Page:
Alhalkere 'Paintings from Utopia'
Emily Kame Kngwarreye
Alhalkere 'Paintings from Utopia'
Queensland Art Gallery
Brisbane, Queensland, Australia 1998
Review by Grafico Topico's SUE SMITH
A painting of the biggest web of tangled white lines you've ever seen, like the world's largest pot of spaghetti splattered against a black wall, has viewers mesmerised, peering into its labyrinthine patterns.
Perhaps it's decorative? Maybe it has a mystery hidden beneath its skeins of paint? Fluently painted with twists and turns of a strong arm, it could have been painted by Jackson Pollock, Arshile Gorky or Robert Motherwell ... or any one of a number of the big names in 20th century abstract art.
But no, it's the work of Emily Kame Kngwarreye, an artist who ironically knew little if anything of the Euro-Americantradition to which her own work is so often compared.
An Aboriginal elder and former cattle station worker who turned to painting canvases at the end of her long life, by the time of her death in late 1996, Kngwarreye had become one of the most renowned of Australia's desert "dot" painters, producing an enormous body of work that has made her a luminary in art circles, if not in the eyes of the larger public.
Now a large retrospective exhibition of some 93 of Kngwarreye's works (consisting of 194 individual paintings, batik fabrics and works on paper) is spread out through six galleries at the Queensland Art Gallery, and seems set to impress art audiences and the public with her exuberant parade of tribal culture-laden, messy, huge, dot and line images, her paeans to the abundance of plants and seeds, her celebration of the radiance sought in religious ceremony.
Each room of paintings is accompanied by copious explanatory ethnographic notes, and there is a room showing photographs, rocks, ceremonial artefacts and a video of the artist and her people living and working in Kngwarreye's desert home land at Utopia, 230 km north-east of Alice Springs.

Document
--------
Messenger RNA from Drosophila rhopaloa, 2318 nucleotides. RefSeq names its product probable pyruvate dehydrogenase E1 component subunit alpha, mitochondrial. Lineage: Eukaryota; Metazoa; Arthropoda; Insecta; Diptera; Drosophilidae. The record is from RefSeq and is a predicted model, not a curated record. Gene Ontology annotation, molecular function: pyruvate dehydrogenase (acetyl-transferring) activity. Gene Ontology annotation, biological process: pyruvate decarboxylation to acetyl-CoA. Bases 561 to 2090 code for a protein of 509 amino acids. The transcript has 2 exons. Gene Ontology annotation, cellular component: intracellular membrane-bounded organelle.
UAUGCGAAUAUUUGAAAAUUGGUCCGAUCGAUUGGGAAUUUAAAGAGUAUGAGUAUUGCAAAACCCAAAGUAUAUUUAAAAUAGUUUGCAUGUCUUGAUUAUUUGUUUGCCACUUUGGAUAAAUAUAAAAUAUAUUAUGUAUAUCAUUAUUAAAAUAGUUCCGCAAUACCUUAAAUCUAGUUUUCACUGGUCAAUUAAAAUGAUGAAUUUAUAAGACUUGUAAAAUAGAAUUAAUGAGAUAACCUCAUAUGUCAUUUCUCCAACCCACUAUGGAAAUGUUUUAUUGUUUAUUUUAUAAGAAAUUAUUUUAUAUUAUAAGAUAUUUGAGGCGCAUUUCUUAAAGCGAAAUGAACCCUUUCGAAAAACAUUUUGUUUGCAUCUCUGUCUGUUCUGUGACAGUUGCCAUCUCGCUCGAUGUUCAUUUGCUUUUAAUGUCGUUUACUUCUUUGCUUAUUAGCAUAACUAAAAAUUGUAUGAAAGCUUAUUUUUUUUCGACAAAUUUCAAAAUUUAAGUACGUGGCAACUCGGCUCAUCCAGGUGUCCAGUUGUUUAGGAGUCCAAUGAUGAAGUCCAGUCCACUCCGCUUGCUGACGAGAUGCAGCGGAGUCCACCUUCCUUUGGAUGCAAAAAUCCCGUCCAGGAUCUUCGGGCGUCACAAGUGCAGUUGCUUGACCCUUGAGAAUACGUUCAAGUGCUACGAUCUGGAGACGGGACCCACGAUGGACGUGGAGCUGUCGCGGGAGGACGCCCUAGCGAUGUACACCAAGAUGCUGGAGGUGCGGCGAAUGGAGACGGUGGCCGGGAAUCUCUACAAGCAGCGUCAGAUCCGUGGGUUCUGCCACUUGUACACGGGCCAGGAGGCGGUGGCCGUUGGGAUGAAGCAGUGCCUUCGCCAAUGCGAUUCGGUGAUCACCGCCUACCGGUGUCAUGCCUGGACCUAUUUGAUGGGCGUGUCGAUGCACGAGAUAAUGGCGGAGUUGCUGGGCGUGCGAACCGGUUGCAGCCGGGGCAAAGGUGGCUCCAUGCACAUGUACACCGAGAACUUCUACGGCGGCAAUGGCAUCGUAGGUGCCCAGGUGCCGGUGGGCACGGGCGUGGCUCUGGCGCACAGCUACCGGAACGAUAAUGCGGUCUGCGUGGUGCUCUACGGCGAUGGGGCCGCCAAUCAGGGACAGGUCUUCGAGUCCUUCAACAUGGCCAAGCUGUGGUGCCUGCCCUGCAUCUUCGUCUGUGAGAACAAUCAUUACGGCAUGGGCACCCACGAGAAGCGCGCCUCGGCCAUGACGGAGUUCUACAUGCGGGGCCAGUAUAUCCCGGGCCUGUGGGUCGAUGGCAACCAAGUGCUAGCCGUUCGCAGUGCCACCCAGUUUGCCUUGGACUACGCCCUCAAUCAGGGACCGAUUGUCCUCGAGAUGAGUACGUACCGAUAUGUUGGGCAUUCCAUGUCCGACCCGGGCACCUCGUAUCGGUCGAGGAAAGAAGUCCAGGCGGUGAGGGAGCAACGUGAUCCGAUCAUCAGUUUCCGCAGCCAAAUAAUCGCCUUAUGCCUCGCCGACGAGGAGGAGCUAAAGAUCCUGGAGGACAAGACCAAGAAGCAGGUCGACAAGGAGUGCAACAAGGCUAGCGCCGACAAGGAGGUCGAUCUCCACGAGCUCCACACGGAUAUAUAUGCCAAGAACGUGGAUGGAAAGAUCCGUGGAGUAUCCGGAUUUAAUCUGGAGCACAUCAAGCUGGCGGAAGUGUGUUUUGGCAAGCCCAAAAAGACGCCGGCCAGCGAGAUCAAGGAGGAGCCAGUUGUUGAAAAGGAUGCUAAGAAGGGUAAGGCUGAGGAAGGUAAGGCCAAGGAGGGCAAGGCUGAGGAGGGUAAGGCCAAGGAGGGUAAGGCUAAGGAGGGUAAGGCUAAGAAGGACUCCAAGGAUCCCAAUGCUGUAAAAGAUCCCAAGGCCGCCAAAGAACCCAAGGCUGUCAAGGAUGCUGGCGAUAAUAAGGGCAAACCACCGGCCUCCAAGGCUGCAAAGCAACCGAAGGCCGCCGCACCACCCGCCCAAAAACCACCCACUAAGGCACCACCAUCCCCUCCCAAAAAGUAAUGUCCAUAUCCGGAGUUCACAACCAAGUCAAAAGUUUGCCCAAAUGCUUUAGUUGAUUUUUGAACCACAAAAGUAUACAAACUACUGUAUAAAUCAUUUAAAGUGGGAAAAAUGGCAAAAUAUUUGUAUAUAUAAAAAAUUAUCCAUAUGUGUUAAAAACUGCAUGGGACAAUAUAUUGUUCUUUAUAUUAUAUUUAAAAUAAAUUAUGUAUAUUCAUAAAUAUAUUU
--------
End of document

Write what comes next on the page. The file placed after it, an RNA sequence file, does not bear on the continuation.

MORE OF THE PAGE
These are paintings heavily layered as much with tradition and history as with their sedimentary accumulations of acrylic paint on linen, dye on silk and cotton.
But as viewers from a different place and culture, what can we make of Kngwarreye? It is impossible, firstly, to escape the fact that her output has been contentious, wrapped in the over-inflated hyperbole and demands of collectors, the art market and museum curators.
Few Australian artists have received the rapturous reception that the art world has given Kngwarreye. Against the sometimes bleak and cynical backdrop of late 20th century Postmodern culture, she was greeted an artist who seemed to prove that painting, far from being dead, had the capacity to genuinely move and inspire people.
Here at last was an artist who seemed to spontaneously invent new modern styles of painting all her own, one whose work could stand as a proud analogue to modern European art.
She was also seen as the representative of an older, more spiritual culture, whose work might somehow reinvigorate a younger, anxious and too materialistic society. A hushed reverence often overcomes Kngwarreye's spectators and commentators; for some, Kngwarreye could do no wrong.
It has also been difficult for many people to disentangle their feelings about the intrinsic merits of the works themselves from the momentousness of Kngwarreye's subject - an assertion of Aboriginal identification with, and traditional ownership of, the land - and even to distance the art from the larger and emotionally fraught matters of Aboriginal reconciliation, the Wik debate, and the pain of the stolen Aboriginal children.
And commentators have not quite known how to address the mass production and unevenness of Kngwarreye's art. Collaboration is the hallmark of traditional Aboriginal art, but through the nineties, Kngwarreye's art became a commercial art industry, supporting an entire community.
The pictures seemed to roll off an assembly line as variousmembers of her family assisted in the painting, or painted works under her name which she did not touch.
What we have in this new retrospective is an uneven but impressive panorama.
Some paintings are only big or colourful. Kngwarreye managesto be celebratory, sombre, illustrative, repetitive and usually memorable, sometimes all at the same time.
There are about half a dozen marvellous pictures, including the huge Big Yam Dreaming, which stretches like a net across the entrance foyer, capturing viewers in its complexities.
Yam and grass seed is everywhere; the seed are like clouds of dust, skies filled with stars, for Kngwarreye.
They aerate and pulsate across the paintings, from the rain of red, ochre and white dots floating over the tracks of emus and the breast and body markings of ceremonies in the earliest works; to the explosions of colourful galaxies which shoot across the later paintings.
The gallery has done the artist and her community proud with this beautifully installed and respectful exhibition, even if it does not quite convince one of the artist's master status.
Copyright © 1998 Sue Smith. Not to be used without the permission of the author